No, a Purchase Order Isn’t Like Insurance, Massachusetts Supreme Court Says in Reversal

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A store may recover costs incurred in defending an automatic door operator against claims against both, but not then return the value received in self-defense under the terms of the buyer’s purchase.

The Massachusetts Supreme Court has reversed a lower court judge’s ruling that Shaw’s Supermarkets was entitled to recover all costs under a duty to protect clause in the injunction. by Stanley Access Technologies. The Supreme Court found this lower court judge wrong in importing the “in for one, in for all” law, also known as the “full protection” law, from insurance to within the context of the command. This law requires an insurer to defend all claims in a complaint against an insured if one claim falls within the scope of the insurer’s duty. insurers to protect.

The plaintiff alleged that he was injured by an automatic door installed by Stanley at Shaw’s Market. The plaintiff argued that Stanley was negligent for improperly installing a motion sensor on the automatic door and that Shaw’s was negligent for failing to conduct a “daily safety check” and security. the door. After Stanley and Shaw’s dismissed each of the claims against them, a Supreme Court jury returned a verdict in their favor.

Shaw requested restitution of all monies involved in this case, as stated in the terms of Stanley’s purchase of the door. Stanley’s purchase included a clause that “indemnifies, defends and indemnifies” Shaw’s “from and against any claims, actions, fines, penalties , liability, damages, injuries, costs and expenses (including, without limitation, costs and expenses for investigations and litigation and reasonable attorneys’ fees) that arise from or in connection with the Seller or any of its employees, agents, subcontractors, or independent contractors in breach of any covenant, warranty or representation contained herein.”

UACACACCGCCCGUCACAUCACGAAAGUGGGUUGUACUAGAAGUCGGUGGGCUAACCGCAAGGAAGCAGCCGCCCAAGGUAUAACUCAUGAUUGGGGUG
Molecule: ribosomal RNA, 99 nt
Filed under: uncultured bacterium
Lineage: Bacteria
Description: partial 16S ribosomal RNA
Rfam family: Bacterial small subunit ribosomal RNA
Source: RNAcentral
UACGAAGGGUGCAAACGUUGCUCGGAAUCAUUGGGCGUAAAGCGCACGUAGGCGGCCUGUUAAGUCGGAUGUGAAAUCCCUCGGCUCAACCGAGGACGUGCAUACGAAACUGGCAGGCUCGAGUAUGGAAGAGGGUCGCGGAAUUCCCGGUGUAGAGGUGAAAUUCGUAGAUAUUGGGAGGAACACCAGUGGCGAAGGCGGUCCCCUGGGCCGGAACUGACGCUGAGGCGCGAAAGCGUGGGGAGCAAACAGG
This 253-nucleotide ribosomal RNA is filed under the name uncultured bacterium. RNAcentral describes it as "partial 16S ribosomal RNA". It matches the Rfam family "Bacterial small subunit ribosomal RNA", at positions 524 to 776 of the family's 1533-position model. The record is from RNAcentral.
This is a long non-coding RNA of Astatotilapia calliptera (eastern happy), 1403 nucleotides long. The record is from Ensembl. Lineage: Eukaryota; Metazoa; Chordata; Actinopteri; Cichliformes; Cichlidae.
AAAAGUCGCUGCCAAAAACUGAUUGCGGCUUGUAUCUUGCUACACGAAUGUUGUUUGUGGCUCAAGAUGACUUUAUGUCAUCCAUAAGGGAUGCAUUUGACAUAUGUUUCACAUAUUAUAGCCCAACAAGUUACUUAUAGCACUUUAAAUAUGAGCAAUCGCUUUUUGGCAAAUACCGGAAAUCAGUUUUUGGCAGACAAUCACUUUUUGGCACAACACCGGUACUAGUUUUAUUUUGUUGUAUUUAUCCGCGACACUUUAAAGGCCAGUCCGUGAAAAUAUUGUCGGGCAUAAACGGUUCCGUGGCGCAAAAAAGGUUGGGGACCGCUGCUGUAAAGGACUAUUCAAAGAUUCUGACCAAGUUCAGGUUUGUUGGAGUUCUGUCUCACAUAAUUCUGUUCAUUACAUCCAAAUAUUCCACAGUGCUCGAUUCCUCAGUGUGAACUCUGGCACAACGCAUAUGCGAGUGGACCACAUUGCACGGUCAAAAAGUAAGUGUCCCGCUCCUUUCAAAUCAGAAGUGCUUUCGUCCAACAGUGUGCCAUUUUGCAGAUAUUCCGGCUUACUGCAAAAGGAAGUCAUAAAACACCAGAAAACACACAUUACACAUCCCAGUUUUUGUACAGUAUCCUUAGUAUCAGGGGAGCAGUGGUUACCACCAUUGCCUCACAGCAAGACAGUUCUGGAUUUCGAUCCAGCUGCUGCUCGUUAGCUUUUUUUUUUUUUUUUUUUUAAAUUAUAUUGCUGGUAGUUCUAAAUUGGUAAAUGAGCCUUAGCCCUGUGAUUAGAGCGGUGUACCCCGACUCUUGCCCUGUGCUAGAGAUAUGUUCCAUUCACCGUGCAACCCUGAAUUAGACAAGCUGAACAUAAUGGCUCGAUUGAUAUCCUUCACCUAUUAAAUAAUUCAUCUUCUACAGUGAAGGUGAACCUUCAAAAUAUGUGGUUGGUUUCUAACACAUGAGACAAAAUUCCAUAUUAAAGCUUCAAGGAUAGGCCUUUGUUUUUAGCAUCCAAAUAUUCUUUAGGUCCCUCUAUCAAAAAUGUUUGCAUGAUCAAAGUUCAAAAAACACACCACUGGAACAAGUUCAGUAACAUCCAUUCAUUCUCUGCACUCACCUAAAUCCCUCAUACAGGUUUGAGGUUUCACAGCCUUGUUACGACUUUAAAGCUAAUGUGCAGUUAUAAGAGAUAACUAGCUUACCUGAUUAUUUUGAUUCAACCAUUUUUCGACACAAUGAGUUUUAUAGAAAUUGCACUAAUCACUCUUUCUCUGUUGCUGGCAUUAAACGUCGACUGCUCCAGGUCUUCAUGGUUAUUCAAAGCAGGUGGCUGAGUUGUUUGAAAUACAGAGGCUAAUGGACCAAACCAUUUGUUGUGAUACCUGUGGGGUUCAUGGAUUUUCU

Shaw argued that it was entitled to recover all of its expenses because the purchase order was “analogous” to an insurance contract and forced Stanley to defend the entire claim under the “in for one, in for all” rule. “.

The motion judge concluded that the “in for one, in for all” rule required Stanley to pay for the defense of all of the plaintiff’s claims, even those that “arising out of conduct.” Shaw’s behavior is independent of Stanley’s behavior,” and so was Stanley. liable for the expenses incurred by Shaw in establishing Stanley’s duty to defend.

Shaw requested $127,826.04 in attorney’s fees in opposing plaintiff’s claims, $44,019.67 in attorney’s fees in establishing Stanley’s duty to defend. and $65,592.66 in unadjudicated interest. The motion judge awarded this amount and Stanley appealed.

The Supreme Court noted that appellate courts had never applied the “in for one, for all” rule outside of the general liability insurance context and that Shaw’s case was moot. to start doing it.

“The case before us concerns a simple transaction between Shaw’s and Stanley for the purchase and installation of automatic doors. Stanley’s duty to defend arises from a single, well-printed provision in a sales document and is limited to claims arising out of or related to Stanley’s breach of any his warrants. We see no good reason, and no sense, to extend the ‘in for one, for all’ rule in this context,” the high court wrote.

“To begin with, Stanley is not an insurer, and the sale is not an insurance policy. Although courts sometimes apply insurance policies to commercial contracts, the circumstances “equity generally does not control punitive damages and the duty to protect provisions in business and insurance,” the court continued.

The court said that neither the language of the purchase nor the terms of the parties’ dealings indicated any intention of Stanley to defend against claims unrelated to its breach of its own warranties.

The Supreme Court ruled that only attorney’s fees and costs incurred by Shaw’s could be recovered by contesting the charges. that Stanley was negligent.


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